Mary Jo Pitzl: It's for individual assistance, not for mopping up after a big flood. These are people who don't have insurance. My colleague, Mary K. Reinhart, was saying demographically there is a much greater elderly population there and the rate of poverty is much higher than statewide. You've got some really stressed-out communities there.
Ted Simons: Jeremy, who is Carlisle Begay and where does he live?
Jeremy Duda: He's the new state senator for District 7 up in Northern Arizona and he lives in Gilbert, or at least he has for the last seven and a half years. That's not sitting well with some folks, especially Representative Albert Hale who lost the appointment out to him. He was appointed to replace Representative Jack Jackson, Jr., who recently resigned to take a federal job. Begay claims he splits time between Gilbert and Apache County, where his other address is listed in Ganado. He was registered to vote in Gilbert for a long time and just re-registered in Apache County a few weeks ago. He was recently appointed just this past session to the Gilbert Industrial Development Authority. He was never sworn in because they haven't had their next meeting yet. But one of the qualifications is you have to be a qualified elector in Gilbert, which means he wouldn't have lived in Apache County, wouldn't have met the residency requirements. Now Representative Albert Hale got a lawyer going to court trying to overturn.
Ted Simons: Who is Representative Albert Hale, and where does he live?
Mary Jo Pitzl: He is from Saint Michaels, he is a former president of the Navajo nation, he served in the senate for eight years then he was termed out, he ran and has been in the House, applied for the Senate vacancy. He argues that, "Hey, at least I'm somebody who lives in the district." The rub with Begay: the law says you can only have one place of residence for purposes of voting. The Constitution says you have to live in the county which you are going to represent for one year before you're elected. Begay wasn't elected, he was appointed. He has only been a registered voter in Apache County for three weeks, not a year.
Ted Simons: The supervisor in Apache County is supposed to be responsible for appointing these people. You would think they would check to see where they live.
Mike Sunnucks: It's happened before with other lawmakers who split their time. He's telling folks, I'm a professional; I work in the Phoenix area. I'm a member of the Navajo Nation, that's where my ties are. I'm interested to see if this goes to court if this changes the rules at all, or if the courts find some gray area, or if it's a black and white thing, we hear you voted in Gilbert, you can't serve there. He will argue, hey I have multiple residences, and maybe that he's a member of the tribe could help his cause.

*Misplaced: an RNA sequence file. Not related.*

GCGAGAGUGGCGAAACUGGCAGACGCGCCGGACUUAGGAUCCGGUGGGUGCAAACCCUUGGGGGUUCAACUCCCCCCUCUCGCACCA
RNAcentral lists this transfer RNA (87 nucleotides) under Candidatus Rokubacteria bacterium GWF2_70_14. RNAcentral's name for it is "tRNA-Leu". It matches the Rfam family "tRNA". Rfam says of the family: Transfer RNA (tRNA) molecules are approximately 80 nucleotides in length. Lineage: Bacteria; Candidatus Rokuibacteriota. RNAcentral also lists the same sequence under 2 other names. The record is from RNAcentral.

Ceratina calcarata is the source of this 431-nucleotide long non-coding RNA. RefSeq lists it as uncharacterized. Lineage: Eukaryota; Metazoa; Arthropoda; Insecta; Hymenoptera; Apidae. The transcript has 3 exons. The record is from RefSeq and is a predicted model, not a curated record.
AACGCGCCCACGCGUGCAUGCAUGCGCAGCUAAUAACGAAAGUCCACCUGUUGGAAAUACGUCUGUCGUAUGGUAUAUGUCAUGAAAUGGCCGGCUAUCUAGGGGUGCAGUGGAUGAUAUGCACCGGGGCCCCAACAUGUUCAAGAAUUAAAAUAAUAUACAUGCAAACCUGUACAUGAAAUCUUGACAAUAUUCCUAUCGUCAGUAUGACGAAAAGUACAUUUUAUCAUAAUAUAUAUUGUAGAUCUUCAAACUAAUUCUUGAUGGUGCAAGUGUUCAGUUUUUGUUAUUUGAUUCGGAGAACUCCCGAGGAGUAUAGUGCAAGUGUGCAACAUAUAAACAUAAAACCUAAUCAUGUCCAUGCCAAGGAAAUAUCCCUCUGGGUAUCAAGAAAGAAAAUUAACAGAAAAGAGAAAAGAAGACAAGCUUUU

Mary Jo Pitzl: I think he'll be arguing the distinction between -- you must be a resident of the county for one year before election. Well, he wasn't elected, he was appointed. And what is the constitutional requirement? What will the law and judges say about that distinction?
Jeremy Duda: Ironically Albert Hale's attorney is Tom Ryan, who you last saw challenging Representative Darren Mitchell's residency qualifications.
Ted Simons: It's awfully hard to find where state lawmakers live anymore.
Jeremy Duda: We haven't driven up for Apache County to see if there's a mattress on a floor anywhere.
Ted Simons: Another question, Jeremy, who is Christine Jones and why does she want to be governor?
Jeremy Duda: Why does anyone want to be governor? Christine Jones is the former general counsel and executive vice president of Go Daddy. She left the company last year and is looking to take a stab at the ninth floor. She just filed her committee to run in the Republican primary, which is starting to get a little bit crowded. She's kind of an unknown in the political scene. She's never run for office. I don't know how deep her ties go. People are wondering if she's willing to spend a lot of money on this, if she can get a lot of traction from the business community, which is already divided with some of the other candidates.
Ted Simons: What do we know about her politics? Any elected public office experience at all?
Mike Sunnucks: I don't think so. She's pretty well unknown. Her name was thrown about that she was going to support something statewide. Doug Ducey ran for treasurer and now he's going to run for governor. A lot of folks will say run for something else besides governor, put that on your resume, and then you have this business experience. Plus, you have statewide experience getting elected to office. Go Daddy got bought out for $2.25 billion by a bunch of private equity firms last year. She might have got a pretty good payday from that as being one of the executives there. She is going to have to spend a lot of money. One of the big advantages is she's the only woman in the GOP field. That would give her an advantage against the half dozen guys out there.
Ted Simons: Does that give her an advantage, especially if she is not particularly conservative enough? You've got a lot of folks in the primary on the Republican side. There are certain hurdles you're going to have to cross. What do we know about her politics?